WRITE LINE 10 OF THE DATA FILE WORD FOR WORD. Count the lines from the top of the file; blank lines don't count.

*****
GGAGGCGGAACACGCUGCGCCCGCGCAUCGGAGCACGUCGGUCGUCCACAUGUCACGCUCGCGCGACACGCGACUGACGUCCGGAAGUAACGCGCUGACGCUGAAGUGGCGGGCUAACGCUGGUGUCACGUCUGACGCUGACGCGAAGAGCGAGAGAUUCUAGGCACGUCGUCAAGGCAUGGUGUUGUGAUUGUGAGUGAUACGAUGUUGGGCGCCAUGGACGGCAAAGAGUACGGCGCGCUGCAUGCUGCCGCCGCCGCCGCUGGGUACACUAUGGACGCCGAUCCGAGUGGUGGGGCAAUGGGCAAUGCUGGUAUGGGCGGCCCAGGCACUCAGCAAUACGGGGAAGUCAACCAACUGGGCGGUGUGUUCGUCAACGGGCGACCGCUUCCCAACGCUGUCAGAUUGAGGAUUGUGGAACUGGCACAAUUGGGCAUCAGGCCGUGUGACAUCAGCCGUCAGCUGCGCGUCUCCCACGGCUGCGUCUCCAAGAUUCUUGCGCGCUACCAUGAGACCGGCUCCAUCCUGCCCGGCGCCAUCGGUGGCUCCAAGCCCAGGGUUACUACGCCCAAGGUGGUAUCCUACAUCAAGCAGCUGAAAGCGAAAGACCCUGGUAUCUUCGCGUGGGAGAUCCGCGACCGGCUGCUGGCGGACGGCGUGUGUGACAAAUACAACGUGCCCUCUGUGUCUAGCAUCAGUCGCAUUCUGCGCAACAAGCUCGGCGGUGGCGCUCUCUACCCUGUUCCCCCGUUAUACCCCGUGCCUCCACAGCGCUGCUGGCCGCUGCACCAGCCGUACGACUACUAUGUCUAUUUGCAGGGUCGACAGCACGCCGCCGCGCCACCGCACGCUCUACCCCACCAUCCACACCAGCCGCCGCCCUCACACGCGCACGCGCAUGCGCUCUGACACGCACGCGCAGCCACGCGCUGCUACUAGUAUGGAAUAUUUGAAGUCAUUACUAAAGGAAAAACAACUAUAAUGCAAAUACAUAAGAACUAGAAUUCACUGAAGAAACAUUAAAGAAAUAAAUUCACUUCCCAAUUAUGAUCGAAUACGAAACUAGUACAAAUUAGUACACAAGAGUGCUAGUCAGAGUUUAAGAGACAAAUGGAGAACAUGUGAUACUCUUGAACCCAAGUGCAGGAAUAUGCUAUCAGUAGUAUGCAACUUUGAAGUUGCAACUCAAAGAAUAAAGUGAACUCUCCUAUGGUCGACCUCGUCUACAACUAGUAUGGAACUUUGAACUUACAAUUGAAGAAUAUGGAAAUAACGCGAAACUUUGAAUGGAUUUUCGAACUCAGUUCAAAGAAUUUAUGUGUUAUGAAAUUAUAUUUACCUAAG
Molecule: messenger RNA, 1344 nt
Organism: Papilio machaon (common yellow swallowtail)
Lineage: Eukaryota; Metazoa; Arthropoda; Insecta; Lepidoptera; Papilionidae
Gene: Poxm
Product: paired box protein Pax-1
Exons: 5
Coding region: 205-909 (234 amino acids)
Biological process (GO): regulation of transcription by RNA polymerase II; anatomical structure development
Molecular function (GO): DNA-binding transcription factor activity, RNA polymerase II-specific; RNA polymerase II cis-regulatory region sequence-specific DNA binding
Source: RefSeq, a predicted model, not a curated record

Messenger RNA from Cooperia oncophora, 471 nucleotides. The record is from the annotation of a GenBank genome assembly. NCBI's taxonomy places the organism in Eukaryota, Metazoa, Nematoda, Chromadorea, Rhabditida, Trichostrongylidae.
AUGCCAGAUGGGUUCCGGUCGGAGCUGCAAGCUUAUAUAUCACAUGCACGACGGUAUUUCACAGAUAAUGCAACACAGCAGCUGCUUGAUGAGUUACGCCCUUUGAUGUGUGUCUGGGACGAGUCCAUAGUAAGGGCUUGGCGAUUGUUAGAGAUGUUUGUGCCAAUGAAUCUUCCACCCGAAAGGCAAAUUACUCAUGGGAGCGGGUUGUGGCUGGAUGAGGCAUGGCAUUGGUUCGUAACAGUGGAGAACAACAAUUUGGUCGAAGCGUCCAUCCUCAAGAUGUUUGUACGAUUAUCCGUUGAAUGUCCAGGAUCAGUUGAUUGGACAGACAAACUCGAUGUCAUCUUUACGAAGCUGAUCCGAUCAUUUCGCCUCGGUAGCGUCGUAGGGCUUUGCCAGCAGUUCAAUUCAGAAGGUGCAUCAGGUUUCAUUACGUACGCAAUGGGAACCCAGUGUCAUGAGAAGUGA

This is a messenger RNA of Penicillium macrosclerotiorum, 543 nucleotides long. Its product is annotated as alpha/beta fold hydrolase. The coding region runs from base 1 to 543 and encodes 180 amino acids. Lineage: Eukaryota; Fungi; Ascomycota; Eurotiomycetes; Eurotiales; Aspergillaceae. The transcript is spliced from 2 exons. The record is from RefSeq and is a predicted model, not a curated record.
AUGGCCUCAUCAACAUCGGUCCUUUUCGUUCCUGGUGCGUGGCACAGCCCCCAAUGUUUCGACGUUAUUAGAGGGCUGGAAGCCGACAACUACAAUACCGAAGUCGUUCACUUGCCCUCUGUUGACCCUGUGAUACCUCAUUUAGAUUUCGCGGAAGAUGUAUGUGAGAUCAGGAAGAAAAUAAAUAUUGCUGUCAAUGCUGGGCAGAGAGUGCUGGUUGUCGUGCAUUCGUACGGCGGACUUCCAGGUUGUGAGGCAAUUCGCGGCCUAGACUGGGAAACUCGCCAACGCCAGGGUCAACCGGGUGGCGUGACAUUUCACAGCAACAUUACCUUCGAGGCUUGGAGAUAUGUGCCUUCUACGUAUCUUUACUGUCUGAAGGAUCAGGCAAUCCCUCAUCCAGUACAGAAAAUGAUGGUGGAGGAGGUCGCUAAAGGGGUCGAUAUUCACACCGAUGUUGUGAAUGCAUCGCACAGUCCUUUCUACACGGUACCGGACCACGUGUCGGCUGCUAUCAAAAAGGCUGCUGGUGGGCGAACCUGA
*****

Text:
Molecular function (GO): DNA-binding transcription factor activity, RNA polymerase II-specific; RNA polymerase II cis-regulatory region sequence-specific DNA binding